“Don’t fucking touch that, it’s my stuff. Nobody touches my things, right?”

            We looked at each other, the cabbie and me. It was like we were two RSPCA men off ‘Animal Rescue’ trying to save an injured cat. He held his hands up to show he meant no harm. “Alright love,” he said, “but this gentleman” he looked at me “has made a very kind offer. You won’t do any better tonight.”

            So between us we got her into the taxi, and she did allow the bloke to lift her case into the boot. I gave her one of the notes and handed the other to the driver. “And keep the change, mate” I told him. She reached inside her coat to tuck the money away, looking furtive like a squirrel burying a nut, and I saw a glossy card hanging around her neck on a purple ribbon; a bus pass.

            I felt like I’d been had. I’d assumed she’d got no money for transport.  I wanted to ask her why she couldn’t just go to the homeless shelter on the bus but I realised it was too late now. I closed the door. The cabbie gave me a ‘thumbs up’. “You’re a good man” he said before he swung the cab round the mini roundabout and set off down the high street. I stayed watching, although it didn’t get very far.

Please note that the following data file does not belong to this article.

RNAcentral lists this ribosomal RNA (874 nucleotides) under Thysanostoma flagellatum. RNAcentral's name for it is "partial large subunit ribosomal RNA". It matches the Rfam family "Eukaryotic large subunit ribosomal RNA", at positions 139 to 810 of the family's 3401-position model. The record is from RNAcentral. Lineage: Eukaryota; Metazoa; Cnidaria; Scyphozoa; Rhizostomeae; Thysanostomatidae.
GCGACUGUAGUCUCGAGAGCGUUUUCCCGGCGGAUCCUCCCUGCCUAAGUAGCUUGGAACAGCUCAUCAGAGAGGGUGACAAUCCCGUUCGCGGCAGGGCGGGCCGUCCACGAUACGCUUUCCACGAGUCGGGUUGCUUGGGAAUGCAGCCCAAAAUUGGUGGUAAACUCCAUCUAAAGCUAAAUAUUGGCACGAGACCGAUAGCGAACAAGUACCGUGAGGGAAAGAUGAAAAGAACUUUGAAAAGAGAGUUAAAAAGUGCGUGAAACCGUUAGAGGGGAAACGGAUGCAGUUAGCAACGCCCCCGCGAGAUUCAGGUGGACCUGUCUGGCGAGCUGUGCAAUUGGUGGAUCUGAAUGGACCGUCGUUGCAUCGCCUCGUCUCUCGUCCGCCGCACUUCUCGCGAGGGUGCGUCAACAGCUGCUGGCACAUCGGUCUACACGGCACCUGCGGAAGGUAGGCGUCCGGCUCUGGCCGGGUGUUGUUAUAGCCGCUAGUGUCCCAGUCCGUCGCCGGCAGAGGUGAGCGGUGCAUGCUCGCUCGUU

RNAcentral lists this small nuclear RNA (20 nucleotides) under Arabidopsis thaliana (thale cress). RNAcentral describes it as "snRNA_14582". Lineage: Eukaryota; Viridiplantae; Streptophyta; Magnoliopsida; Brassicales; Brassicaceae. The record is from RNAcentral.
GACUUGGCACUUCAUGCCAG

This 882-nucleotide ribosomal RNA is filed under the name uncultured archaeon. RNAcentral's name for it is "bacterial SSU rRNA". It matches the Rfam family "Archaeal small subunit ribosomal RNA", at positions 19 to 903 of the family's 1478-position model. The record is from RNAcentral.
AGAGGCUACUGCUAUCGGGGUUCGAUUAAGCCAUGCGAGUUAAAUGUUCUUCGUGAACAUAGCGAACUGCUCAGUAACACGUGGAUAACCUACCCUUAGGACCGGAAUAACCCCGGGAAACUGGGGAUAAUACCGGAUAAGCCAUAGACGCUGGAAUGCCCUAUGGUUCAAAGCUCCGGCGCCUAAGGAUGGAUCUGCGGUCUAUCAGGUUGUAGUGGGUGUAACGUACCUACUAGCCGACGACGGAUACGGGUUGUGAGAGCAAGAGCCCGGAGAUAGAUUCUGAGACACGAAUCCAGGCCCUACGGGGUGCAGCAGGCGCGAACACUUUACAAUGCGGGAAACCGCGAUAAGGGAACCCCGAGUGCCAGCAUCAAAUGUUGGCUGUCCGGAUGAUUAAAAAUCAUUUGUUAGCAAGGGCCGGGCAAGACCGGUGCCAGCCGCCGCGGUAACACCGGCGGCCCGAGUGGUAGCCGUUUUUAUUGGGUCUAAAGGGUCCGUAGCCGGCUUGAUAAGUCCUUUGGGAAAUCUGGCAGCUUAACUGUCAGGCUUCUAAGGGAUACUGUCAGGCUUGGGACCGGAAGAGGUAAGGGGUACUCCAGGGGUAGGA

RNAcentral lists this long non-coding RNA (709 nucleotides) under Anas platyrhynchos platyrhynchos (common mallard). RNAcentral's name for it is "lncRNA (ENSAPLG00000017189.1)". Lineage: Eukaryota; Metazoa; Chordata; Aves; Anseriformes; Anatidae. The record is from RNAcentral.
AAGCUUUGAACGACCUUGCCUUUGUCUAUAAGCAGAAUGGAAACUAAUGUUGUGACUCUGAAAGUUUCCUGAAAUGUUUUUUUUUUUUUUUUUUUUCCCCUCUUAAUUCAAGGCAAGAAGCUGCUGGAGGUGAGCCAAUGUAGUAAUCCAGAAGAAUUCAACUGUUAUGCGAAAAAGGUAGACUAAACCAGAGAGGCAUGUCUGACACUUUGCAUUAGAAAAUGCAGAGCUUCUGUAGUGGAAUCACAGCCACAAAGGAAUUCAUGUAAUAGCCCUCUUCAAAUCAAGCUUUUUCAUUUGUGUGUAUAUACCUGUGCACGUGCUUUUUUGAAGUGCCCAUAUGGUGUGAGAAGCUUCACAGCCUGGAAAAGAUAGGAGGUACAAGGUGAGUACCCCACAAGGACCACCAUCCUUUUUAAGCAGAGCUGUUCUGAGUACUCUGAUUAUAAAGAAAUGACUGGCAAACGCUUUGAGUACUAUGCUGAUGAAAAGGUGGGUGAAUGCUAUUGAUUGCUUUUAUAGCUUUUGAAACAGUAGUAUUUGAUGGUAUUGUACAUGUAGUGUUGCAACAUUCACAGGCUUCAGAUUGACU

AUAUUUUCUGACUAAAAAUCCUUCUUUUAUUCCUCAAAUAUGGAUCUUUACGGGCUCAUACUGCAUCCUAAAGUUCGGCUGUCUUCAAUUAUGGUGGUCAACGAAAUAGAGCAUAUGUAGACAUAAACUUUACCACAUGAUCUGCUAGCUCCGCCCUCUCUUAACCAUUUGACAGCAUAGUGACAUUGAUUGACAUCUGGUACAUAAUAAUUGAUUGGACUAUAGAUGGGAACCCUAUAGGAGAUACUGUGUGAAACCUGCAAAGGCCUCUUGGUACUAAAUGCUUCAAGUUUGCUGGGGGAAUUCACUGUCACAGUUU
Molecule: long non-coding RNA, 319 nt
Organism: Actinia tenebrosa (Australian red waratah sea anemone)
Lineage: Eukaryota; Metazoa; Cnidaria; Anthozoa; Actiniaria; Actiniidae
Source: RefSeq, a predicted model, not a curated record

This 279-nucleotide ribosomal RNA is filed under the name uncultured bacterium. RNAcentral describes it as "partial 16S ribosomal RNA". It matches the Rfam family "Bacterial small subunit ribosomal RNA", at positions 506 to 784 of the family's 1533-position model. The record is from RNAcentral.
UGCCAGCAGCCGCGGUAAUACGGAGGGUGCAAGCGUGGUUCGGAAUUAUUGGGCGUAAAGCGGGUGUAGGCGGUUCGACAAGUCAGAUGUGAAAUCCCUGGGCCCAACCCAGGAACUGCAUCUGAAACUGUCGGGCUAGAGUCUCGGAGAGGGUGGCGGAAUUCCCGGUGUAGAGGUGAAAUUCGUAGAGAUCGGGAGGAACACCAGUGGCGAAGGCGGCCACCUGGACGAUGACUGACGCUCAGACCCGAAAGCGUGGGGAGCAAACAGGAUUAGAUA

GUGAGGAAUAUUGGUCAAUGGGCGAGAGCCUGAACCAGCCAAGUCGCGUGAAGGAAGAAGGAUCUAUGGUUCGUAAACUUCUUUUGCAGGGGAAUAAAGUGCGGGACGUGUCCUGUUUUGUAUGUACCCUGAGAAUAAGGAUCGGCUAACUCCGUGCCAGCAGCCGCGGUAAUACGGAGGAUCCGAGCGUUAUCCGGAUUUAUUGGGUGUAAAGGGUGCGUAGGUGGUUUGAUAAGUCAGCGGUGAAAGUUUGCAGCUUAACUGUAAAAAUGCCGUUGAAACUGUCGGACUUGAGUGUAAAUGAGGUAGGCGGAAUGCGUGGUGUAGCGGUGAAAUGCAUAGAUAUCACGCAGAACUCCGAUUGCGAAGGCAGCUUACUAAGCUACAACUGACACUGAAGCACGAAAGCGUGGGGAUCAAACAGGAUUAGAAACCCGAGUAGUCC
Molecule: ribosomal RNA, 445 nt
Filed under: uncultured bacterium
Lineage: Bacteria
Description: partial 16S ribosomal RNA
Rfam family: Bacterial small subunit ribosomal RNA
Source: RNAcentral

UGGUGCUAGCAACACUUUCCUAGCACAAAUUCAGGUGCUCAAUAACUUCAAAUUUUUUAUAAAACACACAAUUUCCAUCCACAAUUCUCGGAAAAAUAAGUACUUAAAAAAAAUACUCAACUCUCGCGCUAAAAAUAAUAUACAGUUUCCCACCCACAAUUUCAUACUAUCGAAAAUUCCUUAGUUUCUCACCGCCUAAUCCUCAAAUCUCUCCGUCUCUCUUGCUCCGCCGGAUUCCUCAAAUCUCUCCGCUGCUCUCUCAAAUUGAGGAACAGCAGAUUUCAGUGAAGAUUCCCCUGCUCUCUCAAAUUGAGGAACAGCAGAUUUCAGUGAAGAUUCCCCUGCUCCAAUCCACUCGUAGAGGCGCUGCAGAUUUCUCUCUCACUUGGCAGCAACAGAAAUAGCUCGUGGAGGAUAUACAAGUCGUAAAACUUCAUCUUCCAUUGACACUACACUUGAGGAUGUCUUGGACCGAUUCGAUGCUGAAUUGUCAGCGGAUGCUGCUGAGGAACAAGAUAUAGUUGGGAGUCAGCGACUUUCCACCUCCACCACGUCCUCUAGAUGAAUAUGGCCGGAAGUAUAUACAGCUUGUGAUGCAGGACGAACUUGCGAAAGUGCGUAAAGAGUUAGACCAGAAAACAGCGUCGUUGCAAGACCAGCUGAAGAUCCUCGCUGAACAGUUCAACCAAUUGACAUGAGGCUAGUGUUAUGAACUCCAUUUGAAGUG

When it drew level with the Co-op I saw it pull into the parking bay. The driver got out, went to the back, pulled out the case, opened the passenger door. She climbed out. For a moment I felt like I was watching one of those sketches on the telly they used to do without words. Ronnie Barker did some.